Subjects and methods

Study design

This case–control study based on academic performance was conducted at two universities (University of Omdurman and Bahri) in Khartoum, Sudan.


This study aimed to encompass all the students in the fifth and sixth classes who score A (excellent) and C (pass) in the previous semester (they were selected from the total number of 300 medical students registered for these classes), those with score B (good) and score D (fail) were excluded from the study. One hundred sixty-five, medical students responded to the questionnaire, response rate 81.6 % (165/202). Twenty-five medical students who did not record their grades were also excluded. School performance was stratified as A, (excellent), B (good), C (pass), and D (fail). An orientation meeting was arranged with the participants, and they were orally briefed by two of the researchers (HM, and MA) about the research objectives and how to fill the questionnaire. Group leaders from all the semesters helped to distribute the questionnaire. Participation was voluntary and unpaid. All the participants signed a written informed consent form.

Subjects were asked to maintain a diary documenting sleep and wake times for 2 weeks and then they completed the Pittsburgh Sleep Quality Index (PSQI). This instrument has been previously validated for college students in sub-Saharan Africa [8] and was shown to be consistent with objective measures [9]. The PSQI contains seven components, each with a score from 0 to 3 with 3 indicating the greatest dysfunction. The global sleep quality score ranged from 0 to 21, and candidates with PSQI of more than 5 were labeled as having poor sleep quality, and those with PSQI of less than or equal 5 as good sleep quality [10].

The PSQI ( measures sleep-related habits in the past month including sleep latency, sleep duration, sleep efficiency, sleep disturbance, subjective sleep quality, daytime dysfunction, and sleep medication use. Sleep efficiency is the ratio of time spent in sleep (total sleep time) to the amount of time spent in bed.

The bedtime delay is the (weekday bedtime-weekends bedtime), and wake-up time delay is the (wake-up time during weekdays-wake-up time during weekends) A sleep time difference of more than an hour between weekdays and weekends was considered irregular bedtime [11].

Data were collected at times other than examination days to avoid stress during the preparation for exams. Approval for the study was provided by the ethical committees of Omdurman and Bahri Universities.

Statistical analysis

Data were analyzed by using statistical software (SPSS version 20), Descriptive statistics was reported as means and frequencies ANOVA was used for testing the significant difference between study groups. The results were considered statistically significant when p ≤ 0.05.


165 medical students were enrolled in the study, and 25 incomplete questionnaires were not included. The two groups consisted of 65 excellent (A) and 75 average (C) grade students.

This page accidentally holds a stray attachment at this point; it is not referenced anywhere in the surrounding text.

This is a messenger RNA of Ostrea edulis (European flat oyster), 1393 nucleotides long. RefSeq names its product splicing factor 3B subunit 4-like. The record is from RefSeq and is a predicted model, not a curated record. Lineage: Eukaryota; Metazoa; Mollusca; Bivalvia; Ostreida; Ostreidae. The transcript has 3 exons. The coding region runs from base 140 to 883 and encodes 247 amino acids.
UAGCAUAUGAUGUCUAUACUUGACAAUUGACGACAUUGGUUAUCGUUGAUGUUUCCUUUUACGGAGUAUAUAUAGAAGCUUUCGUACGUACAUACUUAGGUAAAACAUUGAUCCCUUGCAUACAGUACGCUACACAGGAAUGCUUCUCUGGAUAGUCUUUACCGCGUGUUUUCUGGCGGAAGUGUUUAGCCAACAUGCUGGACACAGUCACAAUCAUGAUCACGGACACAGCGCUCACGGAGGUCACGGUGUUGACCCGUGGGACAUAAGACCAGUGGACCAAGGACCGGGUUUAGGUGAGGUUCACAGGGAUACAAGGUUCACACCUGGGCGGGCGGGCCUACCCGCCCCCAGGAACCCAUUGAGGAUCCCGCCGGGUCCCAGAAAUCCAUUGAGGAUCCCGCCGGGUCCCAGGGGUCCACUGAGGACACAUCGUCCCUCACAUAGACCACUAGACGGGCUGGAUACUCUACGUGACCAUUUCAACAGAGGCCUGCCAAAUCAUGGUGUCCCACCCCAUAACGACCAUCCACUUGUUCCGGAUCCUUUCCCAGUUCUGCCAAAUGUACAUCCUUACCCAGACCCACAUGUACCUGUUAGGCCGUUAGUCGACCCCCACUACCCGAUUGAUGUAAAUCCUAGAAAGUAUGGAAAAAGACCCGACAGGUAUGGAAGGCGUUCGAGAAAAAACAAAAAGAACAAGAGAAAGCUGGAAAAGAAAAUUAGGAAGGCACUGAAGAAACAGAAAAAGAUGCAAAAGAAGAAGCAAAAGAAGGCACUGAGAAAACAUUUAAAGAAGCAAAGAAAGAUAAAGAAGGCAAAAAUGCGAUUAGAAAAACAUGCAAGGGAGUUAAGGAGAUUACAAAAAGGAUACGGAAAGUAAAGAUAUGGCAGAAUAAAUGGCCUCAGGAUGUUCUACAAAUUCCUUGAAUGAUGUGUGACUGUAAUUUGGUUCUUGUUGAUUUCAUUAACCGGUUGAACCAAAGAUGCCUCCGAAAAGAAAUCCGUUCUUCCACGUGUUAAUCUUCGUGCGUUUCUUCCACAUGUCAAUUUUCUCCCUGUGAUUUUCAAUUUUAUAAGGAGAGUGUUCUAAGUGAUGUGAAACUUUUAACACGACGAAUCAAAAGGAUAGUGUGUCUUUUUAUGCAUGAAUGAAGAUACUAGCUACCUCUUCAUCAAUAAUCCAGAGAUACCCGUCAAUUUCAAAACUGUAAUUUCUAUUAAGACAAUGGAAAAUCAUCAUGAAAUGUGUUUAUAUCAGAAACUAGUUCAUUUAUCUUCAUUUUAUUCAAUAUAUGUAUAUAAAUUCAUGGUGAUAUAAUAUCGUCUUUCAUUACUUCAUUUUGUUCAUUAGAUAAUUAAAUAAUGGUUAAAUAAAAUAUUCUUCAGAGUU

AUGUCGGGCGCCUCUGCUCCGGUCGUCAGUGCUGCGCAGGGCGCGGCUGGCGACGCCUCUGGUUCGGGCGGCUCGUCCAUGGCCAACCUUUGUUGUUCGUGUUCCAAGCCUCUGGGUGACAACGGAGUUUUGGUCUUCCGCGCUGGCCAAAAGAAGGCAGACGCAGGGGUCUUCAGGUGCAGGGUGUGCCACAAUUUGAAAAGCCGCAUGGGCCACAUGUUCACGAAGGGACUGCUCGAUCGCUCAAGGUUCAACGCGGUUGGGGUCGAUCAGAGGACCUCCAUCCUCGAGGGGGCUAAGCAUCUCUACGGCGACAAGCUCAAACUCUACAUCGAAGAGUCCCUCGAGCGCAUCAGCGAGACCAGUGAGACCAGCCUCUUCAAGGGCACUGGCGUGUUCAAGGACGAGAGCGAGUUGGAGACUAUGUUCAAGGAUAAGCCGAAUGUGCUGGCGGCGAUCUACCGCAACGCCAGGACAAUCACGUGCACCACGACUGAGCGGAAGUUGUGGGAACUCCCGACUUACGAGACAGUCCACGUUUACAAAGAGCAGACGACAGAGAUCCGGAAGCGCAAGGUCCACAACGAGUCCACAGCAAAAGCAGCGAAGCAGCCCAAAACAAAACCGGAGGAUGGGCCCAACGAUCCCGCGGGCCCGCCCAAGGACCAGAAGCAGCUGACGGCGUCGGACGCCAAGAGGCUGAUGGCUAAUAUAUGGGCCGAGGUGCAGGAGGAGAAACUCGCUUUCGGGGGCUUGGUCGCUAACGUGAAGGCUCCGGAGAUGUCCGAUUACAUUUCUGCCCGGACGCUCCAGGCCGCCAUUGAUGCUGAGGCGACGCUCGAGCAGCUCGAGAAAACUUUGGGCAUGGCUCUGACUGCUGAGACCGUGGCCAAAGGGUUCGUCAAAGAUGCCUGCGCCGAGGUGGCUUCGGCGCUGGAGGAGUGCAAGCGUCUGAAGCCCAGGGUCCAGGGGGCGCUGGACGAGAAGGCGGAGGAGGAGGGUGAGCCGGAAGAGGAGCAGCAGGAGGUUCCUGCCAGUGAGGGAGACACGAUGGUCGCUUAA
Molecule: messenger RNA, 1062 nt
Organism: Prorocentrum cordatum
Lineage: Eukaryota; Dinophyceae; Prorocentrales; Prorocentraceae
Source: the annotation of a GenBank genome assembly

Out of 140 medical students, female dominance was evident: (72.4 %) among the excellent group, and 73.3 % among the average group, with no statistical difference between the two groups (P = 0.73). Bad sleep quality was detected in 24 (36 %) of the excellent group, and 71 (94.6 %) of the passing group, with a significant difference seen between groups (p < 0.001). Bedtime later than midnight was detected in 55.3 % in the excellent group and 85.3 % in the average group with statistical significant difference between the two groups (p < 0.001), other student’s characteristics are shown in Table 1. Table 2 illustrates sleep characteristics from the PSQI for the two groups in which, the mean age was 22.5 ± 1.8 for the excellent group and 22.6 ± 1.9 for the average group with no statistical difference between the groups (P = 0.823). The overall sleep quality was 4.03 ± 3.3 for the excellent group and 10.6 ± 3.8 for the average group with a significant statistical difference between the two groups (p < 0.001) and F = 118.2. The mean sleeping hours at night was 7 ± 1.9, among the excellent group, and 6.3 ± 1.9 among the average group, (p < 0.05) and F = 4.018. Sleep latency in minutes was 14.8 ± 15.2 in the excellent group, and 30.8 ± 28.5 in the average group (p < 0.001) and F = 15.334. Subjective sleep rating was 0.63 ± 0.92 for the excellent students and 1.5 ± 0.95 for the average students (p < 0.001) and F = 29.3. Table 3 showed weekdays and weekends bedtime and wake-up times: the excellent group weekdays and weekend bedtime were 11.54 pm ± 1.54 h and 12.54 am ± 3.36 h respectively, while in the average group they were 1.12 am ± 1.42 h and, 2.48 am ± 2.12 h respectively, with significant statistical difference between the two groups (P < 0.001) and F = 15.628 and 14.271 respectively. No significant statistical difference was evident between the two groups as regards weekdays wake- up time (P = 0.209) and F = 1.592. Regarding weekend wake-up time, it was 8.24 am ± 2.54 h in the excellent group and 10.48 am ± 3.33 h in the average group, with a significant statistical difference between the two groups (P < 0.001) and F = 19.711.